• Physics 15, s79
Monitoring the fissile materials aboard nuclear-powered submarines is notoriously troublesome. Researchers might now have a technique to safeguard this weapons-grade substance.
Final yr, the UK and the US agreed to switch a few of their nuclear-powered submarines to Australia, a rustic that, at the moment, possessed none. On listening to the announcement, Bernadette Cogswell and Patrick Huber of Virginia Tech in Blacksburg say that they have been instantly involved as there’s presently no straightforward technique to safeguard a nuclear reactor aboard a submarine. Now, the duo has give you a way that might remedy that drawback . They are saying that the strategy could possibly be used to substantiate the presence of a submarine’s nuclear core with out the necessity for onboard monitoring.
Most naval nuclear reactors make use of uranium that’s extremely enriched fissile uranium-235 (
), a fabric additionally used to make nuclear weapons. For land-based reactors, inspectors hold observe of
utilizing neutrino detectors positioned near an working core (see Characteristic: Neutrino Detectors for Nationwide Safety). However this system doesn’t work for the water-submerged cores in submarines at sea. It additionally fails for the weak alerts from powered-down cores, permitting operators to subvert checks of docked submarines.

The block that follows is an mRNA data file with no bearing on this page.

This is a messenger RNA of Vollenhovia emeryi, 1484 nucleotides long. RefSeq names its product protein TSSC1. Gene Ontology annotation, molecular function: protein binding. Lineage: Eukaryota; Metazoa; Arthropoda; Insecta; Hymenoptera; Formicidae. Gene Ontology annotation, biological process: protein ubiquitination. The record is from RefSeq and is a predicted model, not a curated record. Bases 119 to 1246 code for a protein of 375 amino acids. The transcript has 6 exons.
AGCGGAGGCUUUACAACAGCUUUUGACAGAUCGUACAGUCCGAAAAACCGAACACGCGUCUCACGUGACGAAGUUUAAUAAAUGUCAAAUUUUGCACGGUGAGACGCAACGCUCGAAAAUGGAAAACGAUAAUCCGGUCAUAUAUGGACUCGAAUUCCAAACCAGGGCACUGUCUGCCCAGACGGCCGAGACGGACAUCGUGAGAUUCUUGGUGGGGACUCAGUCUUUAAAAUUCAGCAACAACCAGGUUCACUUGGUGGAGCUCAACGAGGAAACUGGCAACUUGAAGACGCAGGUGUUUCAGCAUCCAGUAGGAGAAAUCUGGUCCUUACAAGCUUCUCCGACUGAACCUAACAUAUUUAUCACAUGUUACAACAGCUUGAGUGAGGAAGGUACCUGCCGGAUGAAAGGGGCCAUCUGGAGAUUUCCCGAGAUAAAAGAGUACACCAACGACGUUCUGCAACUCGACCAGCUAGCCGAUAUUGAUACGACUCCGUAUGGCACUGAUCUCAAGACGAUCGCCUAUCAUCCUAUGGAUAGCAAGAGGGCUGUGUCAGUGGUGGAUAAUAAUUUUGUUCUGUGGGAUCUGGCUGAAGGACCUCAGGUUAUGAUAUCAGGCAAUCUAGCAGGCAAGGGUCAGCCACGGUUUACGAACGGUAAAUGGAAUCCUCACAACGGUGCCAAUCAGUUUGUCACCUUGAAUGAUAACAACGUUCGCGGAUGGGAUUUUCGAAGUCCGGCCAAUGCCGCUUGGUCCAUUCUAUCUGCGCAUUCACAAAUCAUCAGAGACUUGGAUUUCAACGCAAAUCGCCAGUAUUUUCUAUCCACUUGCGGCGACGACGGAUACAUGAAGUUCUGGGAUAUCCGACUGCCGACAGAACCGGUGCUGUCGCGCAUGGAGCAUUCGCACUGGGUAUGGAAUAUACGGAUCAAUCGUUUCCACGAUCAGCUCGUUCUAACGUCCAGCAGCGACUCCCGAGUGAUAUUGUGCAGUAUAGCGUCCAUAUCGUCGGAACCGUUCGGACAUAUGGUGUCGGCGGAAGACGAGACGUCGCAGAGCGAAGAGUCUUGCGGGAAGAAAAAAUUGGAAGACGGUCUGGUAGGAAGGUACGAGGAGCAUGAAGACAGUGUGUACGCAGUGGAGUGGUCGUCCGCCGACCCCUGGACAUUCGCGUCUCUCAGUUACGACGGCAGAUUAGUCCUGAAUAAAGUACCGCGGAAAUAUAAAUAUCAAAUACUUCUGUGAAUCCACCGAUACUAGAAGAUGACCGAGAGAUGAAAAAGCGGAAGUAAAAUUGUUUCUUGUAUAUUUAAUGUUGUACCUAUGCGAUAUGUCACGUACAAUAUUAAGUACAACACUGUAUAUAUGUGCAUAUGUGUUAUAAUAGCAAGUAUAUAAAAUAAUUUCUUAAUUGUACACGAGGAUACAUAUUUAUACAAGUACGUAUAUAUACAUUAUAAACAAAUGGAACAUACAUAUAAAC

Cogswell and Huber’s approach solves this challenge. Even when turned off, nuclear reactors emit antineutrinos as a result of decay of
fission by-products reminiscent of radioactive isotopes of cerium and ruthenium. Cogswell and Huber predict that these antineutrinos, which have decrease energies than these emitted by an working reactor, needs to be detectable utilizing present applied sciences from a docked, submerged submarine.
Particulars that might decide the benefit with which the approach could possibly be carried out are labeled, however Cogswell says the expertise wanted to construct the detectors is all out there. “The implementation challenge is essentially extra a political problem than a technical one,” she says.
Katherine Wright is the Deputy Editor of Physics Journal.
- B. Ok. Cogswell and P. Huber, “Cerium ruthenium low-energy antineutrino measurements for safeguarding army naval reactors,” Phys. Rev. Lett. 128, 241803 (2022).